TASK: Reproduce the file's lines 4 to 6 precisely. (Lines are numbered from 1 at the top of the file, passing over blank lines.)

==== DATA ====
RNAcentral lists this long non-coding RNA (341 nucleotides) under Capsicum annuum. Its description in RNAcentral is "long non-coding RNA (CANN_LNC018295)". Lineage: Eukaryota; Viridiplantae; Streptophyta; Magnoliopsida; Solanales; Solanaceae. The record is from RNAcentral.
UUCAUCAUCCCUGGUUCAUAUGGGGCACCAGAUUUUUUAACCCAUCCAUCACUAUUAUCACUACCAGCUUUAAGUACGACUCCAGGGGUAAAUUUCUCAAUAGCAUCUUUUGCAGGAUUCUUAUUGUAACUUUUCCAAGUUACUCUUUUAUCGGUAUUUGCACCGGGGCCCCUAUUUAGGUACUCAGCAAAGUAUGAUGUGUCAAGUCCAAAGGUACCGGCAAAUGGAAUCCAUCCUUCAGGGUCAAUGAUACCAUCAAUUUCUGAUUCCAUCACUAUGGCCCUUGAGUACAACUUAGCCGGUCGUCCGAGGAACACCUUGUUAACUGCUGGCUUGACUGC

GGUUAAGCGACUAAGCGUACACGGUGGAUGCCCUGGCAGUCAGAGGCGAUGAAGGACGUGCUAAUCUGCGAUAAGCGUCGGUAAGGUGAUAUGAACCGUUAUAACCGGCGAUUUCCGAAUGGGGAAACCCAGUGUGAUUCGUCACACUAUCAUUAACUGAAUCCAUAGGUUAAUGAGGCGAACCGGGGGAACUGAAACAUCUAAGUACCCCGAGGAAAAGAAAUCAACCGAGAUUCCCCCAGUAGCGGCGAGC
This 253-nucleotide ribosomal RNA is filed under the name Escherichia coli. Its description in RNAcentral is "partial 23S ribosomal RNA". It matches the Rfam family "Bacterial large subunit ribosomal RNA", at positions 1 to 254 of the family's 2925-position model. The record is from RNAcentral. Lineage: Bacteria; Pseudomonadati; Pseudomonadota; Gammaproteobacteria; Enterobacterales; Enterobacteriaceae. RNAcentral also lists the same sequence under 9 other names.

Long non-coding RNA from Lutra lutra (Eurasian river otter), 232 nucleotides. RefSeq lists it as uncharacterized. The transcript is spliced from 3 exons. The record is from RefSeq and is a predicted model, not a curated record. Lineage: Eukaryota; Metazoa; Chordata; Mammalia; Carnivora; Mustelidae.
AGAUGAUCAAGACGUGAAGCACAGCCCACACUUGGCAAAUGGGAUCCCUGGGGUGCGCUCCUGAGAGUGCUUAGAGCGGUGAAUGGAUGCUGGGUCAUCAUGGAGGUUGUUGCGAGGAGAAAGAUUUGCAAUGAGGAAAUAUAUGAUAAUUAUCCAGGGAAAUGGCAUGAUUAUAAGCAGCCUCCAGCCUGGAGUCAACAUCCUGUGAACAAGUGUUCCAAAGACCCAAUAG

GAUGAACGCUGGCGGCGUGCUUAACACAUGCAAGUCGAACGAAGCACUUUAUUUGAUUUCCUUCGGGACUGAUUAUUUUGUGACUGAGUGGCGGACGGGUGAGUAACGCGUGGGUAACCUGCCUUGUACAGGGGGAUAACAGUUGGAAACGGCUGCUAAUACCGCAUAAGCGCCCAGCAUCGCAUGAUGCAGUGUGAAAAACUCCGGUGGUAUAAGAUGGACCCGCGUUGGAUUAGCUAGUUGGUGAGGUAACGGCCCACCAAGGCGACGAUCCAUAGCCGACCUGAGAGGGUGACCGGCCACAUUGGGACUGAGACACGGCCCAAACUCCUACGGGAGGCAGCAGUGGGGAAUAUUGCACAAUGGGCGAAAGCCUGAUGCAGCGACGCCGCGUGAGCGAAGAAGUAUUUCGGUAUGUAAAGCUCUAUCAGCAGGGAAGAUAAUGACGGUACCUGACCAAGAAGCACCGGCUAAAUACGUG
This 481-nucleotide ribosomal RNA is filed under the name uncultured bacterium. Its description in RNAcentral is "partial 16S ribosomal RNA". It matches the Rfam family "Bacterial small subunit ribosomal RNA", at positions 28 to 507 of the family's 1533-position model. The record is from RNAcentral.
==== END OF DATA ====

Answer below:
This 253-nucleotide ribosomal RNA is filed under the name Escherichia coli. Its description in RNAcentral is "partial 23S ribosomal RNA". It matches the Rfam family "Bacterial large subunit ribosomal RNA", at positions 1 to 254 of the family's 2925-position model. The record is from RNAcentral. Lineage: Bacteria; Pseudomonadati; Pseudomonadota; Gammaproteobacteria; Enterobacterales; Enterobacteriaceae. RNAcentral also lists the same sequence under 9 other names.

Long non-coding RNA from Lutra lutra (Eurasian river otter), 232 nucleotides. RefSeq lists it as uncharacterized. The transcript is spliced from 3 exons. The record is from RefSeq and is a predicted model, not a curated record. Lineage: Eukaryota; Metazoa; Chordata; Mammalia; Carnivora; Mustelidae.
AGAUGAUCAAGACGUGAAGCACAGCCCACACUUGGCAAAUGGGAUCCCUGGGGUGCGCUCCUGAGAGUGCUUAGAGCGGUGAAUGGAUGCUGGGUCAUCAUGGAGGUUGUUGCGAGGAGAAAGAUUUGCAAUGAGGAAAUAUAUGAUAAUUAUCCAGGGAAAUGGCAUGAUUAUAAGCAGCCUCCAGCCUGGAGUCAACAUCCUGUGAACAAGUGUUCCAAAGACCCAAUAG